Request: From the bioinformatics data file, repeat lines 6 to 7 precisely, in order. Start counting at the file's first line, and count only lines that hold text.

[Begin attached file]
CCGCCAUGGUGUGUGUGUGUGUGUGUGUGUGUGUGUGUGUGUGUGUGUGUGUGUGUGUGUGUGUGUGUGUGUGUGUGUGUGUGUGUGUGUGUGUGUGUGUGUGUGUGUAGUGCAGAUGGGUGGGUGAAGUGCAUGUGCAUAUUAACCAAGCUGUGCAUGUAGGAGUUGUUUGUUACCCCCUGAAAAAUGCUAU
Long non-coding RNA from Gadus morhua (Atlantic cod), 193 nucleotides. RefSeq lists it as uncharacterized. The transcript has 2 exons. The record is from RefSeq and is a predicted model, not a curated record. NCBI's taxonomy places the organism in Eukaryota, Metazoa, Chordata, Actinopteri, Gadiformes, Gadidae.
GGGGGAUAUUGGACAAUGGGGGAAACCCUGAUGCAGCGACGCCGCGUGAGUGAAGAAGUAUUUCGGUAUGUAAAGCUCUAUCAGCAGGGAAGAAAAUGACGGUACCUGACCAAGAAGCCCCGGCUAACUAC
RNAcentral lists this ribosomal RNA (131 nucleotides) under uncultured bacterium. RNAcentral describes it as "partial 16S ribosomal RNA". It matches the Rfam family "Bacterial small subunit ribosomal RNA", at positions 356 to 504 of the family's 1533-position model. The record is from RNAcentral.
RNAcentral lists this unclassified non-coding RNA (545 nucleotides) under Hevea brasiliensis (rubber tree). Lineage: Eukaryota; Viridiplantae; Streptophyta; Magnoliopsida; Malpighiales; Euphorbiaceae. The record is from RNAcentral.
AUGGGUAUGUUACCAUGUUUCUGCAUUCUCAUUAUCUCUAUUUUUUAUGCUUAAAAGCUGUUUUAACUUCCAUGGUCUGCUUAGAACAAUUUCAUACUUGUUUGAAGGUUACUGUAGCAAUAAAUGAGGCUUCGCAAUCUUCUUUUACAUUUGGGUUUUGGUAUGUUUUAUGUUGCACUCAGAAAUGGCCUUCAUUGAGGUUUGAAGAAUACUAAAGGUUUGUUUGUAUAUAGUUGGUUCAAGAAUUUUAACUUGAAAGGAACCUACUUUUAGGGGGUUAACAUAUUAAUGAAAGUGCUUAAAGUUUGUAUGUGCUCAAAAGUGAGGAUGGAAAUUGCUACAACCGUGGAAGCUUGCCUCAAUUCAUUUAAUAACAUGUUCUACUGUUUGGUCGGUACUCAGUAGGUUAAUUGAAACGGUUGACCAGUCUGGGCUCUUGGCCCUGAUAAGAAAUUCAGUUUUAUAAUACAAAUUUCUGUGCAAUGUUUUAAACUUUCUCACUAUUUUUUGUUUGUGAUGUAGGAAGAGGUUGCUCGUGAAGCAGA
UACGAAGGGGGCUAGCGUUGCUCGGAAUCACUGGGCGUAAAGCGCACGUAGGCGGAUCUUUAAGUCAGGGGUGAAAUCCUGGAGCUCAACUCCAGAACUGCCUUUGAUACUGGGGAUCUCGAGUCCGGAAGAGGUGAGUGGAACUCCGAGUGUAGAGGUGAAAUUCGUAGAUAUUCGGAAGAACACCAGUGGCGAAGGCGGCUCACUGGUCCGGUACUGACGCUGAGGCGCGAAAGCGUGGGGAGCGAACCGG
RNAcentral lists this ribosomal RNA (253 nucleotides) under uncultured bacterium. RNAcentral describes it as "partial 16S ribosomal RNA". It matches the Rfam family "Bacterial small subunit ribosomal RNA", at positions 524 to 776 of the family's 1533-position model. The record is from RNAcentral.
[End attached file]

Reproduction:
AUGGGUAUGUUACCAUGUUUCUGCAUUCUCAUUAUCUCUAUUUUUUAUGCUUAAAAGCUGUUUUAACUUCCAUGGUCUGCUUAGAACAAUUUCAUACUUGUUUGAAGGUUACUGUAGCAAUAAAUGAGGCUUCGCAAUCUUCUUUUACAUUUGGGUUUUGGUAUGUUUUAUGUUGCACUCAGAAAUGGCCUUCAUUGAGGUUUGAAGAAUACUAAAGGUUUGUUUGUAUAUAGUUGGUUCAAGAAUUUUAACUUGAAAGGAACCUACUUUUAGGGGGUUAACAUAUUAAUGAAAGUGCUUAAAGUUUGUAUGUGCUCAAAAGUGAGGAUGGAAAUUGCUACAACCGUGGAAGCUUGCCUCAAUUCAUUUAAUAACAUGUUCUACUGUUUGGUCGGUACUCAGUAGGUUAAUUGAAACGGUUGACCAGUCUGGGCUCUUGGCCCUGAUAAGAAAUUCAGUUUUAUAAUACAAAUUUCUGUGCAAUGUUUUAAACUUUCUCACUAUUUUUUGUUUGUGAUGUAGGAAGAGGUUGCUCGUGAAGCAGA
UACGAAGGGGGCUAGCGUUGCUCGGAAUCACUGGGCGUAAAGCGCACGUAGGCGGAUCUUUAAGUCAGGGGUGAAAUCCUGGAGCUCAACUCCAGAACUGCCUUUGAUACUGGGGAUCUCGAGUCCGGAAGAGGUGAGUGGAACUCCGAGUGUAGAGGUGAAAUUCGUAGAUAUUCGGAAGAACACCAGUGGCGAAGGCGGCUCACUGGUCCGGUACUGACGCUGAGGCGCGAAAGCGUGGGGAGCGAACCGG